What they said: 2014 – 6

The Drum:

Frank Quinlan is the CEO of the Mental Health Council of Australia, the peak non-government body representing the mental health sector in Australia.

The Mental Health Council of Australia:

The Mental Health Council of Australia is supported by funding from the Australian Government under the Health System Capacity Development Fund.

This entry was posted in Hypocrisy of progressives. Bookmark the permalink.

13 Responses to What they said: 2014 – 6

  1. nilk, iron bogan

    Irony?? We don’t need no stinkin’ irony.

  2. mundi

    I also like how their website says ‘our sponsors’, as if there is more than one.

    It’s becoming a real classic left trick: If there is a good non government collective, just throw money behind another one, so now you can use the stooges you have out in it to call for regulation and make rediculous claims that the market has failed and is calling for regulation.

  3. fry

    “The Health System Capacity Development Flexible Fund provides support for activities which build the primary care evidence base, support population health improvements for key population groups including women’s health, children’s health and men’s health”

    “key population groups including women’s health, children’s health and men’s health

    got that? it includes those 3 groups, but leaves the field open to support “other” groups .. like who?

  4. johanna

    This is a tactic which needs to be exposed. You find a group of 15 people in each or most States/Territories who have a bee in their collective bonnet about something, have a few email exchanges, and then declare that there is a “peak body” which needs government funding. It has worked for years.

    There are no criteria for determining whether these people actually represent anyone but themselves. None. All they need is a fancy title and a few smooth talkers who know how to use the cliches du jour and apply for public funding.

    What’s more, there are no tests to see what taxpayers get for the money. Their mere existence proves that it is money well spent.

    There has been quite a bit of discussion at conservative/libertarian blogs in the US and the UK about public funding of unrepresentative lobby groups. Either they are paid to agitate against policies that voters want, or they are paid to agitate for policies that the government want. There is often a fair bit of overlap between the two.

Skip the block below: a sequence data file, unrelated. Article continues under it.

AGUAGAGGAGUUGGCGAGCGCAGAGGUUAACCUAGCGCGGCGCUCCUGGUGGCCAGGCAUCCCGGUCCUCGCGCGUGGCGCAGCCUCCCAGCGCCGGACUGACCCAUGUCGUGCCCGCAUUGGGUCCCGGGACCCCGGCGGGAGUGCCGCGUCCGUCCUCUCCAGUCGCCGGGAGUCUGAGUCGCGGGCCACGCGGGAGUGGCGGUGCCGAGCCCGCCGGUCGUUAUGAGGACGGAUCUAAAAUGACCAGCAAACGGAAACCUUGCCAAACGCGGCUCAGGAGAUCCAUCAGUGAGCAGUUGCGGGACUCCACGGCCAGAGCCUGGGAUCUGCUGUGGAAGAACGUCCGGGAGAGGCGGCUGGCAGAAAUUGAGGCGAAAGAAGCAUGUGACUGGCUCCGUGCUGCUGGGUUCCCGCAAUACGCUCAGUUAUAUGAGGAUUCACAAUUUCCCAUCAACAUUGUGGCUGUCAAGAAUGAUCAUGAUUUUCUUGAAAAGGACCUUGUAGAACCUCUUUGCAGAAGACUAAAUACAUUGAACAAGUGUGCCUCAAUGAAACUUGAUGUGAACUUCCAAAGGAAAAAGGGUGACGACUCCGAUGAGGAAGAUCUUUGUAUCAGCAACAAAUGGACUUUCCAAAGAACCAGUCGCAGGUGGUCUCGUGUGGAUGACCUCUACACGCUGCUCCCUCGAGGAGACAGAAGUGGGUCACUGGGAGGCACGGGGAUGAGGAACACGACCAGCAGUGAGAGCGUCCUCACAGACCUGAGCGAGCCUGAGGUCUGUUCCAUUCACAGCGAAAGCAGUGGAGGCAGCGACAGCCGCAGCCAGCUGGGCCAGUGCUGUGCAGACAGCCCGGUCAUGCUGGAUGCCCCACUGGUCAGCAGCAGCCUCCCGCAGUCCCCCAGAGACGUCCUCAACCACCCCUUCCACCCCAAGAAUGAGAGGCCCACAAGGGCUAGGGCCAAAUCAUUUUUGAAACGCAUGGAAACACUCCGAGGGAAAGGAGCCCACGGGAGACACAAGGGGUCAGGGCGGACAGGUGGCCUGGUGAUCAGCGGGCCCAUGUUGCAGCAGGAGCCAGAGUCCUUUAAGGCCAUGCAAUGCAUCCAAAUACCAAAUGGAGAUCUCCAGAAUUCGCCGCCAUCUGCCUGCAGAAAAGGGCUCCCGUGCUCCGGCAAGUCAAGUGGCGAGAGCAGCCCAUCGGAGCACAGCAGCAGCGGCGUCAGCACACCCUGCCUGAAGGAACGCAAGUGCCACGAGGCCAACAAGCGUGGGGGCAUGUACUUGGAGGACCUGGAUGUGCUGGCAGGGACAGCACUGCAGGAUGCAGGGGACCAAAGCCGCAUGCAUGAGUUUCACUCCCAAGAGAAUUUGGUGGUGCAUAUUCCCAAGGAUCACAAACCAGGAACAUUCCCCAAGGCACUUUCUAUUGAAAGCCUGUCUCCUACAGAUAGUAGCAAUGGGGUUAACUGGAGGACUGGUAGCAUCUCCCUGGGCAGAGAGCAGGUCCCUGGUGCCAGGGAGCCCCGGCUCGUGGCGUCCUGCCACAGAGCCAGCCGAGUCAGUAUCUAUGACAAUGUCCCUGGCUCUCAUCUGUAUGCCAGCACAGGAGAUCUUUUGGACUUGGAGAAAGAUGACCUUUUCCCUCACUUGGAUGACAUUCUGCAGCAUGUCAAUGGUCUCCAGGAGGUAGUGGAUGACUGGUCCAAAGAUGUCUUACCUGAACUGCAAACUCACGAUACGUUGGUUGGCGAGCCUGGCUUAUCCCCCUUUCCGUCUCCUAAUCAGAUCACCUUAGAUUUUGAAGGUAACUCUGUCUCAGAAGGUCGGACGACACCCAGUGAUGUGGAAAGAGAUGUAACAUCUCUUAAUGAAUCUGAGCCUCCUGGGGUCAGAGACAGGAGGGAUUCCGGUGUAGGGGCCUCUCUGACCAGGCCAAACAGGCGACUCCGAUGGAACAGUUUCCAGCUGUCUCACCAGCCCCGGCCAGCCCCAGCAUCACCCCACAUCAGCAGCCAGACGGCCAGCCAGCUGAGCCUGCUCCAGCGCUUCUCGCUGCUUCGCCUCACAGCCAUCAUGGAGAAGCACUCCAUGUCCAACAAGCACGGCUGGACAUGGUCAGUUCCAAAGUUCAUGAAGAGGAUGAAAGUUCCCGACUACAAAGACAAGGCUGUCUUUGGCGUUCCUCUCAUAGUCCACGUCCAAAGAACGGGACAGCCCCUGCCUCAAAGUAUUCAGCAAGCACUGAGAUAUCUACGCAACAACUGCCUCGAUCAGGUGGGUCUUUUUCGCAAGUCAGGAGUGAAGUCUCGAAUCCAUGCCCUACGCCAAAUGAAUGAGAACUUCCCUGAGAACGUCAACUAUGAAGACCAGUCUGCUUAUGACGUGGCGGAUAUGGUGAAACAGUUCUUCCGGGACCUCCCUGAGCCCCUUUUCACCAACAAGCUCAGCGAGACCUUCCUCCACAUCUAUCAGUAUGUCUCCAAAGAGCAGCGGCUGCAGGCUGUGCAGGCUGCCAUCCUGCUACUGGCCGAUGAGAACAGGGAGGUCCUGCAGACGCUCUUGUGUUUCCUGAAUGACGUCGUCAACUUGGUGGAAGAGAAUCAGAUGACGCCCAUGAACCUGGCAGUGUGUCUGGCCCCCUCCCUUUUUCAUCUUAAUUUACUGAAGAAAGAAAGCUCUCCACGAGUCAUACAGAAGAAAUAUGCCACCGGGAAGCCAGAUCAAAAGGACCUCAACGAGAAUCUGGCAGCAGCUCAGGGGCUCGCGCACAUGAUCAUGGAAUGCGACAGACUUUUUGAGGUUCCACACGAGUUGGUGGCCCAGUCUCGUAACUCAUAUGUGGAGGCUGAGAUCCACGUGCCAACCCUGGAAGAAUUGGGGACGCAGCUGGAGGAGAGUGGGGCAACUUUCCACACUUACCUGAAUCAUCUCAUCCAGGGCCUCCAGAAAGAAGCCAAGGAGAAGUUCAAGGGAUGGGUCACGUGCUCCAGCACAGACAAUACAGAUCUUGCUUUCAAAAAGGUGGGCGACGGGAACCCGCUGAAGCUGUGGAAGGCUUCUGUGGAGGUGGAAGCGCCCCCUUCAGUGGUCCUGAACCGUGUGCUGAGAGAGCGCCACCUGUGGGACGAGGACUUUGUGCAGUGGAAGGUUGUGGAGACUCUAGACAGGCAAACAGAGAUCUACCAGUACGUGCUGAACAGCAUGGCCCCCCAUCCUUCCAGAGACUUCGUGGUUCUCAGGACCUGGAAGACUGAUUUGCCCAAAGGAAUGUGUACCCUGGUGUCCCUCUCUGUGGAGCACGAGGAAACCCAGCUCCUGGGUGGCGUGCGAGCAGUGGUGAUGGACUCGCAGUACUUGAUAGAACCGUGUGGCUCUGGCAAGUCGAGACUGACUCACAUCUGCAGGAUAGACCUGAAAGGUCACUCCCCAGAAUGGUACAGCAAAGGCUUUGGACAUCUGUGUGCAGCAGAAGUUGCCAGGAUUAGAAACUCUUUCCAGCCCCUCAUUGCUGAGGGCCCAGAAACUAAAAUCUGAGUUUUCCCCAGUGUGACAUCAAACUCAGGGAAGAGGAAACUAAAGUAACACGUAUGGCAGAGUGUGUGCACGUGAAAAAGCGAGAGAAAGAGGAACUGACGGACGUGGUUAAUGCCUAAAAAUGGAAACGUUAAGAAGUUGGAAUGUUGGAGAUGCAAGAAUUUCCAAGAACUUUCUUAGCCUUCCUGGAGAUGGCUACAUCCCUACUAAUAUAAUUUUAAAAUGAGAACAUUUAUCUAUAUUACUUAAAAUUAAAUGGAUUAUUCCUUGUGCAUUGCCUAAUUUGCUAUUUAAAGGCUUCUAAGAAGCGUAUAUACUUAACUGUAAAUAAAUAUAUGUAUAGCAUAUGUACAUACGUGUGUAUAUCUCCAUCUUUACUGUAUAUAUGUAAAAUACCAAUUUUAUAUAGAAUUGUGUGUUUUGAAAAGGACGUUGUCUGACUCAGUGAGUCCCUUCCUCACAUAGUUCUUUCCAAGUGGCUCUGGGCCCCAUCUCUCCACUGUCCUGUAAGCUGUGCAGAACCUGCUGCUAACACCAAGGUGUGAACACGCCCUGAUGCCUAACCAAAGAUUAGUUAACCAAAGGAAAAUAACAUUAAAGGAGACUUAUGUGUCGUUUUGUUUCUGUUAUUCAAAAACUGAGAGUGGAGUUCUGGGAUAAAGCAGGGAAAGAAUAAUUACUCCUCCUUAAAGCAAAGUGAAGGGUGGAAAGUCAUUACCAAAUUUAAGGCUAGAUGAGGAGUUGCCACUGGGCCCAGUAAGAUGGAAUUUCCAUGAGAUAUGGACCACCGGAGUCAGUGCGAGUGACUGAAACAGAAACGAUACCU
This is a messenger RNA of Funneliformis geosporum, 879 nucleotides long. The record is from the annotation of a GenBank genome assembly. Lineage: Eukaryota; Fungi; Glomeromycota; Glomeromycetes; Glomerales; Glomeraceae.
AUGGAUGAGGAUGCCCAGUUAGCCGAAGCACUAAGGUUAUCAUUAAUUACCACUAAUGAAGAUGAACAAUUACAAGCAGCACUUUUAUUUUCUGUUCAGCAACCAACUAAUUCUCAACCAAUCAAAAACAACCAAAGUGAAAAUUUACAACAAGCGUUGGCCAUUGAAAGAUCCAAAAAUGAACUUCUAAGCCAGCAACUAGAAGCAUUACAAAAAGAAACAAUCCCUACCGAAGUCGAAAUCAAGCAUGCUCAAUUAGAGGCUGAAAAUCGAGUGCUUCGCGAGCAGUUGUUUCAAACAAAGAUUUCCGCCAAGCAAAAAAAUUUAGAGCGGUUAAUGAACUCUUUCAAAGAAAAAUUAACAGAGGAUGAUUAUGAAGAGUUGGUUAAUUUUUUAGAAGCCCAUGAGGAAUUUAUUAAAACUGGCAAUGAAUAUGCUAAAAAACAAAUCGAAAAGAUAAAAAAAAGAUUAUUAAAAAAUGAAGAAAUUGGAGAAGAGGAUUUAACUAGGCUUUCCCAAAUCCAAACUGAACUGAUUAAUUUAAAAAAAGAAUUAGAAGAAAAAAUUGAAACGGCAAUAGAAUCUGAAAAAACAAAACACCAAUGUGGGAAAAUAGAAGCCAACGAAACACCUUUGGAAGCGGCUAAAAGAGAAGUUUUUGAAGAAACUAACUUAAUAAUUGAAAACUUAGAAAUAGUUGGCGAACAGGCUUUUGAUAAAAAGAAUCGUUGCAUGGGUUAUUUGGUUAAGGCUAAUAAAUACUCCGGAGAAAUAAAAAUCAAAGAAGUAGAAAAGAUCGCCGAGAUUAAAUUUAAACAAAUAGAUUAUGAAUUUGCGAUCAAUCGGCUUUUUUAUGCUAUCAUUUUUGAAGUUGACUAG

5. Leo G

    Ironically, some of those so called DSP ‘slackers’ would be veterans themselves, perhaps with Post Traumatic Stress Disorder, for example.

    Veterans with a DVA disability pension double-dipping with a Disability Support Pension?

  6. Leo G

    News outlets like The Daily Telegraph should get their facts right before they launch baseless and discriminating attacks on people with disabilities, writes Frank Quinlan. – Statement A
    The Daily Telegraph is a tabloid. – Statement B
    But does this excuse poor journalism? Indeed, does it provide them with an excuse to simply make it up? – Questions C and D

    While it is true that Quinlan’s Statement B doesn’t provide the excuse, that excuse was provided by Statement A.
    I submit that Frank Quinlan is a poor excuse for a journalist.

  7. coz

    Ruprecht666 hates people with disabilities, most especially autism. This is not news to me.

  8. Mater

    Veterans with a DVA disability pension double-dipping with a Disability Support Pension?

    Leo,
    I highly doubt it given the cross referencing that takes place.
    It is possible that some people on the DSP are veterans, but with health issues completely unrelated to their service.

  9. Petros

    I’m quite happy for my taxes to support veterans, particularly the Vietnam war conscripts. I thank them for their sacrifices.

  10. Senile Old Guy

    johanna:

    There has been quite a bit of discussion at conservative/libertarian blogs in the US and the UK about public funding of unrepresentative lobby groups. Either they are paid to agitate against policies that voters want, or they are paid to agitate for policies that the government want. There is often a fair bit of overlap between the two.

    Exactly. This is now becoming a big problem in Australia. There are health groups funded by the government which lobby, as johanna says, against the public or for the government.

  11. JakartaJaap

    Can’t get a response published on the Drum. Wonder why. I referred to the NSW Central Coast as an area where there are tribes of compo bludgers living very well indeed at the taxpayers expense. You can’t miss them, they fill the pubs and clubs from opening hour.

Comments are closed.